We are all familiar with the millennials (Generation Y or Gen Y) and the good and not-so-good stories that come with them. But have you heard of centennials (Generation Z or Gen Z)? For those who are not familiar, they are the current generation of kids who have been exposed to the online world, social media, smartphones, and technology since birth. They are a completely different bunch of individuals whose characteristics have yet to be decoded completely by older generations. And that’s what makes raising them both a challenge and an opportunity. I have three Gen Z kids, so it’s three times the fun for me! 🙂
To be honest, it’s quite scary to be a parent these days. It’s like navigating through uncharted territory, isn’t it? It’s as if even the time-tested parenting styles and techniques are no longer applicable. If you’ve been following my blog, you’d know that I have written about some of my thoughts and experiences in raising my kids, particularly my eldest son who’s turning 13 next year. (Check out Children and the need for regulated gadgets use, My biggest fear as a parent, and Why are you so strict, mommy?)
I think the first big step to take is to accept the fact that their generation is not the same as ours, so we should not impose rules on them just because those were the same set our parents used to discipline us with. It would be a big mistake to expect them to behave the way we did as youngsters back then, and to do the things we used to when we were at their age. Of course, there are lessons and values in life that are ‘non-negotiables’, so to speak, which your kids – no matter what age they are and what generation they belong to – must learn and apply.
Realize, too, that some things might mean different for you as a parent and for them as centennials. Case in point: gadgets. For us, gadgets are tools we use to communicate or access work systems remotely. For Gen Z kids, however, gadgets are integral to their day-to-day living in a far bigger way. It is through their gadgets (or the social media platforms, games, and other apps in their gadgets) that they connect with their friends, express their creativity and interests through vlogs (video blogs), and even learn or receive instructions from their teachers.
Make an effort to understand them as an individual and as a member of their generation. My husband and I made it a point to know our kids’ friends and classmates (and their parents as well), participate in school activities, and take them to parties, basketball games, or play dates so we’ll have a better understanding of what, who, and how they are around other people.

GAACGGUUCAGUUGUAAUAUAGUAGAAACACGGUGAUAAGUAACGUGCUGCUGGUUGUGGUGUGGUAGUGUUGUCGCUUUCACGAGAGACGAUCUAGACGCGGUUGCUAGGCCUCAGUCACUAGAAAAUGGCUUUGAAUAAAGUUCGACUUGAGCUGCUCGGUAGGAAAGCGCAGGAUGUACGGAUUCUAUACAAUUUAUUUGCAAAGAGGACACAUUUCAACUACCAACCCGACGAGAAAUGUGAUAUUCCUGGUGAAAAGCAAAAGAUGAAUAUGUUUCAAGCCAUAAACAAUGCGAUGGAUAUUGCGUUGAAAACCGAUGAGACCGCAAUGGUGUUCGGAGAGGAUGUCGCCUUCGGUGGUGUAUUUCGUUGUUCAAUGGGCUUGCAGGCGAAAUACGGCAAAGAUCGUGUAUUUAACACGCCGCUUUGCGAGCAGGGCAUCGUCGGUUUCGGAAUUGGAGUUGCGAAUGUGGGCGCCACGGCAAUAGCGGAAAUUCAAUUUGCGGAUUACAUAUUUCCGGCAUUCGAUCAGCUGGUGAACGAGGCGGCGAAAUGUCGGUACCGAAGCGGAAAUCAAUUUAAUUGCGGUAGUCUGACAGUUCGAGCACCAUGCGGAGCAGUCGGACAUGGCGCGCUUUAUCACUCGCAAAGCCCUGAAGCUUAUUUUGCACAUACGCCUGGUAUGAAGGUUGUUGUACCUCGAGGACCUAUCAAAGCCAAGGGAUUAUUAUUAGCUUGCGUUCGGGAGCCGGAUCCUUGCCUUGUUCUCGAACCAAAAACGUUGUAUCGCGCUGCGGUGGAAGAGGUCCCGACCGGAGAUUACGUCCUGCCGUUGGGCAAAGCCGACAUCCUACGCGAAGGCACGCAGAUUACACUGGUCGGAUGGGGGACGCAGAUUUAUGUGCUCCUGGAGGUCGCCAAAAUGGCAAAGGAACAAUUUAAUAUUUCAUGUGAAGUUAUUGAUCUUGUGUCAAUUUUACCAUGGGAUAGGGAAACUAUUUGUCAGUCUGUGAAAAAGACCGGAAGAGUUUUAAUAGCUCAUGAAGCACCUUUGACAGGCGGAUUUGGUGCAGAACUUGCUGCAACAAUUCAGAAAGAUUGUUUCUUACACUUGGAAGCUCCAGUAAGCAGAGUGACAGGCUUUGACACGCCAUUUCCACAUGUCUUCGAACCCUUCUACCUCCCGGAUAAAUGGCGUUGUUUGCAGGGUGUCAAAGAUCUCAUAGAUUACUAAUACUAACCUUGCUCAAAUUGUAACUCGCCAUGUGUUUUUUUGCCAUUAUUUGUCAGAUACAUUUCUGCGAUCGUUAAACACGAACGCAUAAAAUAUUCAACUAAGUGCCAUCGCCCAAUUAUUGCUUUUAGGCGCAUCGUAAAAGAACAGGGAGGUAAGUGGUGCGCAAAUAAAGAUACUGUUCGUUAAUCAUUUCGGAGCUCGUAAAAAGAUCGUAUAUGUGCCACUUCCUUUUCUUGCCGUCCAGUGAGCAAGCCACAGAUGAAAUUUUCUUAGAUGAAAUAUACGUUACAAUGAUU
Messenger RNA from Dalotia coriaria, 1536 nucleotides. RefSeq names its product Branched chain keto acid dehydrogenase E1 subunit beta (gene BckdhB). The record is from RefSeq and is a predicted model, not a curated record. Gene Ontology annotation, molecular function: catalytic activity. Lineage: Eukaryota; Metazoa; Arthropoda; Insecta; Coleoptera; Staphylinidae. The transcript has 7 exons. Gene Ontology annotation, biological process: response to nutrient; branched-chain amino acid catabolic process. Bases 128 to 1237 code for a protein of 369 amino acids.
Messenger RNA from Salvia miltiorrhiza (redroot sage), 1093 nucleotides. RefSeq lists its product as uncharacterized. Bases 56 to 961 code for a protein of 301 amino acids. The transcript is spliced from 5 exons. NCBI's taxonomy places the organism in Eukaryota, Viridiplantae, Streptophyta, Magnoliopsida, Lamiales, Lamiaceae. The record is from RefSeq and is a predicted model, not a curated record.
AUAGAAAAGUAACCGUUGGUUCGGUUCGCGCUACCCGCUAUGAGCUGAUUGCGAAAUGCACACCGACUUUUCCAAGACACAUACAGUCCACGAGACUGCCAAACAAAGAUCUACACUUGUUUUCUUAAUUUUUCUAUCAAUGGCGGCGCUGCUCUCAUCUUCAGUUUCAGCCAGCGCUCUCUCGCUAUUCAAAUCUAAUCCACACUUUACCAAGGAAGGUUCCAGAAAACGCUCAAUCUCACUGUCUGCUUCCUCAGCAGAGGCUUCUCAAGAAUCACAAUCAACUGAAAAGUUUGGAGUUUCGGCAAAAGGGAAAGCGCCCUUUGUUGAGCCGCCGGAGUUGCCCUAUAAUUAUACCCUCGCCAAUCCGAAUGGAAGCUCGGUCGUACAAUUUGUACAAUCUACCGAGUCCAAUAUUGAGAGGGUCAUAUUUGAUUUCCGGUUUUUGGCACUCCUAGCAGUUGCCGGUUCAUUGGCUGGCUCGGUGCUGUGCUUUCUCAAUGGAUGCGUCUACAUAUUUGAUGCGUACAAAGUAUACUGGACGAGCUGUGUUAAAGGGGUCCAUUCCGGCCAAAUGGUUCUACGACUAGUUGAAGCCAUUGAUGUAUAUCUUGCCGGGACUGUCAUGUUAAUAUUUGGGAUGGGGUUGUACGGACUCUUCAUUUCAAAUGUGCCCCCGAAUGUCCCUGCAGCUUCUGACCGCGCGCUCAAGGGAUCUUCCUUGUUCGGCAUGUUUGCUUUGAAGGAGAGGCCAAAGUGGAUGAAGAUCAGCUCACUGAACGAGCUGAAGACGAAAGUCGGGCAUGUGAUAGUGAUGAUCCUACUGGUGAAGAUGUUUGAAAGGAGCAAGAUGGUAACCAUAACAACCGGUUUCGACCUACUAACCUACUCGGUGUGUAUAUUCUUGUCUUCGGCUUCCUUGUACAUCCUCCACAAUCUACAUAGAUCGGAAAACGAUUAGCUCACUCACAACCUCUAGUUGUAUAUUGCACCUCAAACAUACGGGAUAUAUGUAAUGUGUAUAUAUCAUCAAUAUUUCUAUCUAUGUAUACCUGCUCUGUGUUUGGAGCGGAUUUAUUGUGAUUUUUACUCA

More importantly, though, constantly communicate with your Gen Z kids, and when you do, use their language so they can better relate and respond to what you’re saying. Remember that communication involves a lot of listening as well, so make sure you really hear them out, even if sometimes you don’t have a clue. 🙂 My eldest son, for example, likes to talk about games, and since I’m not a gamer, I sometimes get lost in his animated stories. So what I did was to read up on the descriptions and basic rules of popular and new games – only those that I allow him to play and watch, by the way – so I can have a more meaningful back and forth with him the next time he decides to bring that up.
Take time to bond with them, and again, it should be through activities that they (not you) are interested in. Be a friend. Be their BEST friend.
True, parenting to Gen Z kids may not be the easiest thing in the world, but I believe that it puts us in a position to nurture such unique and talented individuals, and for that, we should be thankful. Our job now is to help them focus on what really matters most and weed out the numerous distractions surrounding them. Through proper guidance and constant encouragement from us, our centennials will surely grow up to be fine adults with endless possibilities ahead of them.